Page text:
The mission at EY, formerly known as Ernst & Young, is to create a better working world. Transforming manufacturing specifically is at the core of the mission for Lulla in his role as the manufacturing consulting leader. “Our biggest achievement has been the launch of our EY-Nottingham Spirk Innovation Hub in Cleveland to showcase the future of smart manufacturing and digital transformation for our clients,” he said. “We are on a mission to partner with every manufacturing company to transform their products, customer experience and operational resiliency with digital technologies jointly with our ecosystem partners at our innovation hub.” EY also created a holistic approach to transform manufacturing companies with a methodology called Transformation Realized that takes a human-centered approach to apply “technology@speed” and “innovation@scale,” he said. Twenty-plus years’ consulting with auto manufacturing OEMs and being inspired as a child by his father, who founded a successful apparel manufacturing company, have clearly played a key role in his life. “It is in my DNA,” said Lulla of his journey to shape the future of manufacturing.
NextFlex, an institute of Manufacturing USA, created a new type of electronics based on printed circuits that integrate thin, flexible electronic chips and printed interconnects that enable fast time to market, are low-cost, and are created through an eco-friendly manufacturing process. “We created a partnership with consortium members to solve problems collaboratively while also building an engineering and manufacturing organization within NextFlex,” Thompson said. “These two accomplishments have driven a measurable increase in the level of functionality and maturity of FHE (flexible hybrid electronics).” Thompson would like to welcome more NextFlex members, currently at over 100, to cover an even broader range of the supply chain and expand the number of its manufacturing partners as the institute works to advance widespread adoption of hybrid additive electronics, commercialization and applications. Critical to NextFlex’s work is its use of smart manufacturing. “We have implemented multiple methods of printing/additive processes to reduce cost and complexity in manufacturing,” he said. “In terms of electronics assembly, we utilize low temperature, non-solder flip chip die attach to be compatible with low temperature materials.”
Flores merged his technical knowledge with entertainment to do STEM outreach to kids. He has a mechanical engineering degree, and is a former Global STEM Ambassador for Rockwell Automation. He’s also worked with FIRST. Flores’ entrepreneurial projects include founding Invent the Change LLC, a STEM-promoting organization. During the pandemic, when most activities and schools were shut down, he created a show on his YouTube channel, “It’s not Magic, It’s Science.” The show uses the entertainment aspect of magic, and science experiments disguised as magic tricks, to increase awareness and excitement about STEM. “Each experiment is as entertaining as it is educational and is fun for all ages,” he said. In his role as a Mystery Science Guide on Discovery Education’s Mystery Science Team, Flores nurtures curiosity by answering questions submitted by students such as, “How were LEGO bricks invented?” and “Why don’t people fall out of roller coasters when they go upside down?” Jay is also the host of the innovation competition television show “Make48,” which is filmed for PBS and reaches 96 percent of U.S. households.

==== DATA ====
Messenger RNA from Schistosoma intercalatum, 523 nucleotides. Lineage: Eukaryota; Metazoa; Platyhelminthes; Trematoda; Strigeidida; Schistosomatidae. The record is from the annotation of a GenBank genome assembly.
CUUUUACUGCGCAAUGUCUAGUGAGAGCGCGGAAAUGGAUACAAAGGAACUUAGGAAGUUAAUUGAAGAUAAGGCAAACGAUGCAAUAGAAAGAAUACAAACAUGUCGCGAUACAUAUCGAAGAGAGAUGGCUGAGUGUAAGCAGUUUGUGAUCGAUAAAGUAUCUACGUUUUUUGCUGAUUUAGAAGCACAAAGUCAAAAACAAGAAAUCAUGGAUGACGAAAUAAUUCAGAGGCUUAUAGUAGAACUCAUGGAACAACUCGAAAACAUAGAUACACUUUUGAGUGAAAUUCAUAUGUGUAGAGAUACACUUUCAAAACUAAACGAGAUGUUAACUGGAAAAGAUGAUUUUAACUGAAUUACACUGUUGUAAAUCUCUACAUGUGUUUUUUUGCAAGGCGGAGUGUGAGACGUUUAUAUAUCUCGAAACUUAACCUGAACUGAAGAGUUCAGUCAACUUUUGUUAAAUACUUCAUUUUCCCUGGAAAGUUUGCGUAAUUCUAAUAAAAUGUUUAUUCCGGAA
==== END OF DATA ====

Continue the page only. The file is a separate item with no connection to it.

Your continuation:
When Cronje thinks of the future of smart manufacturing, he sees a pan-operational, self-optimizing ecosystem powered by A.I. but with people at the center. In the plant of the future, humans are empowered to improve their digital skills continuously. This will be necessary as they interface with increasingly smart machines that make new products and components with increasingly advanced materials. “Future manufacturing will also capture value with different metrics such as social and environmental benefit, cross-disciplinary collaboration and scalability of digital capabilities,” he said. Cronje established DataProphet in 2014 when he turned a consultancy into a company. Since then, he and his team of data engineers and data scientists have consistently helped customers reduce manufacturing defects by an average of 40 percent. Some of those customers have even, through DataProphet’s PRESCRIBE solution, achieved zero defects. Cronje’s efforts led to an invitation to join the World Economic Forum’s Global Innovators Community, made up of the world’s most promising startups, and a request to speak at the Annual Meeting of the New Champions, aka the “Summer Davos.”